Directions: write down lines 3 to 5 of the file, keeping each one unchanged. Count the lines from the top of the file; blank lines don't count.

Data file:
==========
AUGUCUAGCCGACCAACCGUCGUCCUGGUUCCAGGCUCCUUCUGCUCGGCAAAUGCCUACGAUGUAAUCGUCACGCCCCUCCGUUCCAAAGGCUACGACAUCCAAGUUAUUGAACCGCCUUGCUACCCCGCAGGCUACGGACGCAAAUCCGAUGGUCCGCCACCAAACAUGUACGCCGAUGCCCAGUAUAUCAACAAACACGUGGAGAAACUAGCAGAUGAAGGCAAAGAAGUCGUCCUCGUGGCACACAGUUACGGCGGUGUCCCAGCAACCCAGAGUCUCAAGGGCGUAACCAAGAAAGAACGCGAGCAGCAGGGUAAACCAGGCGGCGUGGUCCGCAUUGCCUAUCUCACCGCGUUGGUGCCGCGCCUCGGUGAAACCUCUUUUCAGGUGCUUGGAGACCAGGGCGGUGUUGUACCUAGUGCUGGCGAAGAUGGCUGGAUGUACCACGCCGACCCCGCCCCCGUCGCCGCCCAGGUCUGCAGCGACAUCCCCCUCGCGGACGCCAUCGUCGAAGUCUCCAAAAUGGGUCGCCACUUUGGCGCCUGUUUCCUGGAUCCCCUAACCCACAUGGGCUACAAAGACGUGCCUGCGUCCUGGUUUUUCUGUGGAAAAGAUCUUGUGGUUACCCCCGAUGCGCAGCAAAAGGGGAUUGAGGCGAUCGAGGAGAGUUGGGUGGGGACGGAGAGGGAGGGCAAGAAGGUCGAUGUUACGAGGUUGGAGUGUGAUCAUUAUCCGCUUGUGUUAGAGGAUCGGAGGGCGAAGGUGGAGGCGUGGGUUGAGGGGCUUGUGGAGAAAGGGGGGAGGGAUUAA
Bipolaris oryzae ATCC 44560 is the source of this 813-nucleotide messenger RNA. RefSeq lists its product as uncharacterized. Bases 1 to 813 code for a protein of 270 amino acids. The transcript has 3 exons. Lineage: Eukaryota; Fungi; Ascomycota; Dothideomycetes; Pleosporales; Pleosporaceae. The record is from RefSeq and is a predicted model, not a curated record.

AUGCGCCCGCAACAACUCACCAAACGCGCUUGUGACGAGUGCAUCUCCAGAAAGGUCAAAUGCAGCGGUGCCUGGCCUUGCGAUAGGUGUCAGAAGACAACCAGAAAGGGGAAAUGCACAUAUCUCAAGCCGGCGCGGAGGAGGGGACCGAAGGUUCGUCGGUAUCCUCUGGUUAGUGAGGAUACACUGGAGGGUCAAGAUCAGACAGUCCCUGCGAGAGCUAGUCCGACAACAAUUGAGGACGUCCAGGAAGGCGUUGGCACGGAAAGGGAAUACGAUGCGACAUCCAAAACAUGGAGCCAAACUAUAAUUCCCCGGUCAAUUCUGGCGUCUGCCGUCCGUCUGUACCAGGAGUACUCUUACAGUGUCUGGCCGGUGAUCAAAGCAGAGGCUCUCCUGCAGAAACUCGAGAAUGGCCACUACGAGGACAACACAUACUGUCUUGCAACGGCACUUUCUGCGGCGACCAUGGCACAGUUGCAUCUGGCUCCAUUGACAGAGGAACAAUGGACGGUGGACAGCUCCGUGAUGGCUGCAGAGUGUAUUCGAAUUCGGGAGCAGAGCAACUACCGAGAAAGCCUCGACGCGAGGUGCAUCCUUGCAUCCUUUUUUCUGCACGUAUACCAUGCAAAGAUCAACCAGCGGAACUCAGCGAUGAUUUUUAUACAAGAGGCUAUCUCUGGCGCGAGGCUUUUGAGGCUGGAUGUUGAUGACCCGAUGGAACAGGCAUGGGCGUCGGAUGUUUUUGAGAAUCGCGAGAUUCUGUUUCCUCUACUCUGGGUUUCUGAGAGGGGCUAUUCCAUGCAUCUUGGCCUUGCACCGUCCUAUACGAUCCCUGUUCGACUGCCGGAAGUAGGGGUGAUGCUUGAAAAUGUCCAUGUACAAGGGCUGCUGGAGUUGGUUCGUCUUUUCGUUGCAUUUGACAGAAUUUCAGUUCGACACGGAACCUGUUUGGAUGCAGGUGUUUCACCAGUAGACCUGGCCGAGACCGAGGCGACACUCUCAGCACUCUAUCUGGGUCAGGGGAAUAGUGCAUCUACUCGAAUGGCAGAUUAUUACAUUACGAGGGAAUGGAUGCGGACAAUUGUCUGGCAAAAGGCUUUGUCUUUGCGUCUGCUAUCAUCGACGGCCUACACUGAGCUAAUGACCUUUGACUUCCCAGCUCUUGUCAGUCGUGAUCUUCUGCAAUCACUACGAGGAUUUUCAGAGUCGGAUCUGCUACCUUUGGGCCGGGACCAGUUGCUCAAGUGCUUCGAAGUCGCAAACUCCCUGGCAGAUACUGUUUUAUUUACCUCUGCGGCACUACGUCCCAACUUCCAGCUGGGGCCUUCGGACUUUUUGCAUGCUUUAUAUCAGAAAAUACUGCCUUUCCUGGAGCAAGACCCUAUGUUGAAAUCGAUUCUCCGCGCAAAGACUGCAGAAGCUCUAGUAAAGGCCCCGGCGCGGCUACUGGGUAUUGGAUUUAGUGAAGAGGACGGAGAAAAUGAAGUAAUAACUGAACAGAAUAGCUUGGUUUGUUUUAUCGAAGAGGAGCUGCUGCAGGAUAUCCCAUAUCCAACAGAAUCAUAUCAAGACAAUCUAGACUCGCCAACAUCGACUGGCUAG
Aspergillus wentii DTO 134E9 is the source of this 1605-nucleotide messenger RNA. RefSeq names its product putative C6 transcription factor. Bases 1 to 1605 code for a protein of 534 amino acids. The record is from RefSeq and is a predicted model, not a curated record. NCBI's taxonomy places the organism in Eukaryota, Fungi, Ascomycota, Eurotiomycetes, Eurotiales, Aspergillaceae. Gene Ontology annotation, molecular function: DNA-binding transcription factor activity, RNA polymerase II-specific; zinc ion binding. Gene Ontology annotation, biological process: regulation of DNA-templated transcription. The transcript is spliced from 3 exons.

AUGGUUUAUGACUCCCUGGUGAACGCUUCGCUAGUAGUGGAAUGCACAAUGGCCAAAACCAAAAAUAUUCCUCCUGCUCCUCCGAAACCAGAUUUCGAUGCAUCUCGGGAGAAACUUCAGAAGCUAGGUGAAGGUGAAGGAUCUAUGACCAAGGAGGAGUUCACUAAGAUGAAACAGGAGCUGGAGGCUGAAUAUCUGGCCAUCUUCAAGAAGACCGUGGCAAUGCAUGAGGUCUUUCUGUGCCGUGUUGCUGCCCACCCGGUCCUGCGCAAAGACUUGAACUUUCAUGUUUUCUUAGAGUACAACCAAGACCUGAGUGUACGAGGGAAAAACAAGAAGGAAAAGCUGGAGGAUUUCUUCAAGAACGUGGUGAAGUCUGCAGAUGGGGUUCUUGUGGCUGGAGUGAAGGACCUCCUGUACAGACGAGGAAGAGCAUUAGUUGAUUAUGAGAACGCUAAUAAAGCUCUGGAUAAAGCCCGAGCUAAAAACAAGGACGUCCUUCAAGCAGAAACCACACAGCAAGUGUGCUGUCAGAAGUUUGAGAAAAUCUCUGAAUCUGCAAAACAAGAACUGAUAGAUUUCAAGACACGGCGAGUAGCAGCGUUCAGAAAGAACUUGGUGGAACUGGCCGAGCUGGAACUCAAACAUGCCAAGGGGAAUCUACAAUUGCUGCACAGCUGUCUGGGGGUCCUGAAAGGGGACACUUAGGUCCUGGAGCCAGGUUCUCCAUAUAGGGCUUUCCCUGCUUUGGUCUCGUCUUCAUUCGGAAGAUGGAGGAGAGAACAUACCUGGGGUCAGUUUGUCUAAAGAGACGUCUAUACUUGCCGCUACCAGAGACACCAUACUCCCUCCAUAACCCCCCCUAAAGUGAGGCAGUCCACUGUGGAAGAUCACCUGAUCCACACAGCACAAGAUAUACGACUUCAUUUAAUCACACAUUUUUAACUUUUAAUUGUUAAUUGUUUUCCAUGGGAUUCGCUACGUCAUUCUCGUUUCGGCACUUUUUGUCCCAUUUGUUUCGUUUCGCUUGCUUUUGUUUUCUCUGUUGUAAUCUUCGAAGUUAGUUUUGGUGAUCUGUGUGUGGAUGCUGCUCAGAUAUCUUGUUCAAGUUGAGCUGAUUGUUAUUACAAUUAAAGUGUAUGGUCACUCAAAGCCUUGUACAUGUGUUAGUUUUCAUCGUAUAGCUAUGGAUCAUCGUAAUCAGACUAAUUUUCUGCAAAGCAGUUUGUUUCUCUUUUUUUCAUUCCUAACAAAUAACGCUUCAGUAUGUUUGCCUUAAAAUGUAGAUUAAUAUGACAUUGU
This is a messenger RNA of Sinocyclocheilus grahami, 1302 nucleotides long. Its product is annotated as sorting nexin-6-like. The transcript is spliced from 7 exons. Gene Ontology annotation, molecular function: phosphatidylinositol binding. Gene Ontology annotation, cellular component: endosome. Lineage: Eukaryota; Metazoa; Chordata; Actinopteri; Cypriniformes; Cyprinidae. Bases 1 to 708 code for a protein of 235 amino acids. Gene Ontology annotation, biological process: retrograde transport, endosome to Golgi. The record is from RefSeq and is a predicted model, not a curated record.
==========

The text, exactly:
AUGCGCCCGCAACAACUCACCAAACGCGCUUGUGACGAGUGCAUCUCCAGAAAGGUCAAAUGCAGCGGUGCCUGGCCUUGCGAUAGGUGUCAGAAGACAACCAGAAAGGGGAAAUGCACAUAUCUCAAGCCGGCGCGGAGGAGGGGACCGAAGGUUCGUCGGUAUCCUCUGGUUAGUGAGGAUACACUGGAGGGUCAAGAUCAGACAGUCCCUGCGAGAGCUAGUCCGACAACAAUUGAGGACGUCCAGGAAGGCGUUGGCACGGAAAGGGAAUACGAUGCGACAUCCAAAACAUGGAGCCAAACUAUAAUUCCCCGGUCAAUUCUGGCGUCUGCCGUCCGUCUGUACCAGGAGUACUCUUACAGUGUCUGGCCGGUGAUCAAAGCAGAGGCUCUCCUGCAGAAACUCGAGAAUGGCCACUACGAGGACAACACAUACUGUCUUGCAACGGCACUUUCUGCGGCGACCAUGGCACAGUUGCAUCUGGCUCCAUUGACAGAGGAACAAUGGACGGUGGACAGCUCCGUGAUGGCUGCAGAGUGUAUUCGAAUUCGGGAGCAGAGCAACUACCGAGAAAGCCUCGACGCGAGGUGCAUCCUUGCAUCCUUUUUUCUGCACGUAUACCAUGCAAAGAUCAACCAGCGGAACUCAGCGAUGAUUUUUAUACAAGAGGCUAUCUCUGGCGCGAGGCUUUUGAGGCUGGAUGUUGAUGACCCGAUGGAACAGGCAUGGGCGUCGGAUGUUUUUGAGAAUCGCGAGAUUCUGUUUCCUCUACUCUGGGUUUCUGAGAGGGGCUAUUCCAUGCAUCUUGGCCUUGCACCGUCCUAUACGAUCCCUGUUCGACUGCCGGAAGUAGGGGUGAUGCUUGAAAAUGUCCAUGUACAAGGGCUGCUGGAGUUGGUUCGUCUUUUCGUUGCAUUUGACAGAAUUUCAGUUCGACACGGAACCUGUUUGGAUGCAGGUGUUUCACCAGUAGACCUGGCCGAGACCGAGGCGACACUCUCAGCACUCUAUCUGGGUCAGGGGAAUAGUGCAUCUACUCGAAUGGCAGAUUAUUACAUUACGAGGGAAUGGAUGCGGACAAUUGUCUGGCAAAAGGCUUUGUCUUUGCGUCUGCUAUCAUCGACGGCCUACACUGAGCUAAUGACCUUUGACUUCCCAGCUCUUGUCAGUCGUGAUCUUCUGCAAUCACUACGAGGAUUUUCAGAGUCGGAUCUGCUACCUUUGGGCCGGGACCAGUUGCUCAAGUGCUUCGAAGUCGCAAACUCCCUGGCAGAUACUGUUUUAUUUACCUCUGCGGCACUACGUCCCAACUUCCAGCUGGGGCCUUCGGACUUUUUGCAUGCUUUAUAUCAGAAAAUACUGCCUUUCCUGGAGCAAGACCCUAUGUUGAAAUCGAUUCUCCGCGCAAAGACUGCAGAAGCUCUAGUAAAGGCCCCGGCGCGGCUACUGGGUAUUGGAUUUAGUGAAGAGGACGGAGAAAAUGAAGUAAUAACUGAACAGAAUAGCUUGGUUUGUUUUAUCGAAGAGGAGCUGCUGCAGGAUAUCCCAUAUCCAACAGAAUCAUAUCAAGACAAUCUAGACUCGCCAACAUCGACUGGCUAG
Aspergillus wentii DTO 134E9 is the source of this 1605-nucleotide messenger RNA. RefSeq names its product putative C6 transcription factor. Bases 1 to 1605 code for a protein of 534 amino acids. The record is from RefSeq and is a predicted model, not a curated record. NCBI's taxonomy places the organism in Eukaryota, Fungi, Ascomycota, Eurotiomycetes, Eurotiales, Aspergillaceae. Gene Ontology annotation, molecular function: DNA-binding transcription factor activity, RNA polymerase II-specific; zinc ion binding. Gene Ontology annotation, biological process: regulation of DNA-templated transcription. The transcript is spliced from 3 exons.

AUGGUUUAUGACUCCCUGGUGAACGCUUCGCUAGUAGUGGAAUGCACAAUGGCCAAAACCAAAAAUAUUCCUCCUGCUCCUCCGAAACCAGAUUUCGAUGCAUCUCGGGAGAAACUUCAGAAGCUAGGUGAAGGUGAAGGAUCUAUGACCAAGGAGGAGUUCACUAAGAUGAAACAGGAGCUGGAGGCUGAAUAUCUGGCCAUCUUCAAGAAGACCGUGGCAAUGCAUGAGGUCUUUCUGUGCCGUGUUGCUGCCCACCCGGUCCUGCGCAAAGACUUGAACUUUCAUGUUUUCUUAGAGUACAACCAAGACCUGAGUGUACGAGGGAAAAACAAGAAGGAAAAGCUGGAGGAUUUCUUCAAGAACGUGGUGAAGUCUGCAGAUGGGGUUCUUGUGGCUGGAGUGAAGGACCUCCUGUACAGACGAGGAAGAGCAUUAGUUGAUUAUGAGAACGCUAAUAAAGCUCUGGAUAAAGCCCGAGCUAAAAACAAGGACGUCCUUCAAGCAGAAACCACACAGCAAGUGUGCUGUCAGAAGUUUGAGAAAAUCUCUGAAUCUGCAAAACAAGAACUGAUAGAUUUCAAGACACGGCGAGUAGCAGCGUUCAGAAAGAACUUGGUGGAACUGGCCGAGCUGGAACUCAAACAUGCCAAGGGGAAUCUACAAUUGCUGCACAGCUGUCUGGGGGUCCUGAAAGGGGACACUUAGGUCCUGGAGCCAGGUUCUCCAUAUAGGGCUUUCCCUGCUUUGGUCUCGUCUUCAUUCGGAAGAUGGAGGAGAGAACAUACCUGGGGUCAGUUUGUCUAAAGAGACGUCUAUACUUGCCGCUACCAGAGACACCAUACUCCCUCCAUAACCCCCCCUAAAGUGAGGCAGUCCACUGUGGAAGAUCACCUGAUCCACACAGCACAAGAUAUACGACUUCAUUUAAUCACACAUUUUUAACUUUUAAUUGUUAAUUGUUUUCCAUGGGAUUCGCUACGUCAUUCUCGUUUCGGCACUUUUUGUCCCAUUUGUUUCGUUUCGCUUGCUUUUGUUUUCUCUGUUGUAAUCUUCGAAGUUAGUUUUGGUGAUCUGUGUGUGGAUGCUGCUCAGAUAUCUUGUUCAAGUUGAGCUGAUUGUUAUUACAAUUAAAGUGUAUGGUCACUCAAAGCCUUGUACAUGUGUUAGUUUUCAUCGUAUAGCUAUGGAUCAUCGUAAUCAGACUAAUUUUCUGCAAAGCAGUUUGUUUCUCUUUUUUUCAUUCCUAACAAAUAACGCUUCAGUAUGUUUGCCUUAAAAUGUAGAUUAAUAUGACAUUGU